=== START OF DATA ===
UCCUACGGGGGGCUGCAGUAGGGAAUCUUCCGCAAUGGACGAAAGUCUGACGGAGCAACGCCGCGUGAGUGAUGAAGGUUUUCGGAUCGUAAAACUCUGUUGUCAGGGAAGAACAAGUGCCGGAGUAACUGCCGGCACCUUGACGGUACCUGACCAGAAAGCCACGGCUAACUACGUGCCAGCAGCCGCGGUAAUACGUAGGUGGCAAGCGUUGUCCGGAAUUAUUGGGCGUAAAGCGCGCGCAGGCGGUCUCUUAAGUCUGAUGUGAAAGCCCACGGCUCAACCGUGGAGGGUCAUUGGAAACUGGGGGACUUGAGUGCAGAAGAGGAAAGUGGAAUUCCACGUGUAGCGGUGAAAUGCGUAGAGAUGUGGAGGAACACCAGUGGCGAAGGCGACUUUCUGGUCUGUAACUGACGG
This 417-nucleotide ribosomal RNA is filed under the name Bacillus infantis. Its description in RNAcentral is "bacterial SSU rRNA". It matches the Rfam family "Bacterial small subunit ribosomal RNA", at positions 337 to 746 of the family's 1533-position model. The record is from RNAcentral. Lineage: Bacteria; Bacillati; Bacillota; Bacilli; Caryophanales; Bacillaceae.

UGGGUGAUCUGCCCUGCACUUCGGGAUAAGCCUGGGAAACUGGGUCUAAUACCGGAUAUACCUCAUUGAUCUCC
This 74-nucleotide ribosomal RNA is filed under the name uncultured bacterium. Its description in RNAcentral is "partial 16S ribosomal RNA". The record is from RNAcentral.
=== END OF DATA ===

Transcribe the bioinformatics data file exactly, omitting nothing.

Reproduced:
UCCUACGGGGGGCUGCAGUAGGGAAUCUUCCGCAAUGGACGAAAGUCUGACGGAGCAACGCCGCGUGAGUGAUGAAGGUUUUCGGAUCGUAAAACUCUGUUGUCAGGGAAGAACAAGUGCCGGAGUAACUGCCGGCACCUUGACGGUACCUGACCAGAAAGCCACGGCUAACUACGUGCCAGCAGCCGCGGUAAUACGUAGGUGGCAAGCGUUGUCCGGAAUUAUUGGGCGUAAAGCGCGCGCAGGCGGUCUCUUAAGUCUGAUGUGAAAGCCCACGGCUCAACCGUGGAGGGUCAUUGGAAACUGGGGGACUUGAGUGCAGAAGAGGAAAGUGGAAUUCCACGUGUAGCGGUGAAAUGCGUAGAGAUGUGGAGGAACACCAGUGGCGAAGGCGACUUUCUGGUCUGUAACUGACGG
This 417-nucleotide ribosomal RNA is filed under the name Bacillus infantis. Its description in RNAcentral is "bacterial SSU rRNA". It matches the Rfam family "Bacterial small subunit ribosomal RNA", at positions 337 to 746 of the family's 1533-position model. The record is from RNAcentral. Lineage: Bacteria; Bacillati; Bacillota; Bacilli; Caryophanales; Bacillaceae.

UGGGUGAUCUGCCCUGCACUUCGGGAUAAGCCUGGGAAACUGGGUCUAAUACCGGAUAUACCUCAUUGAUCUCC
This 74-nucleotide ribosomal RNA is filed under the name uncultured bacterium. Its description in RNAcentral is "partial 16S ribosomal RNA". The record is from RNAcentral.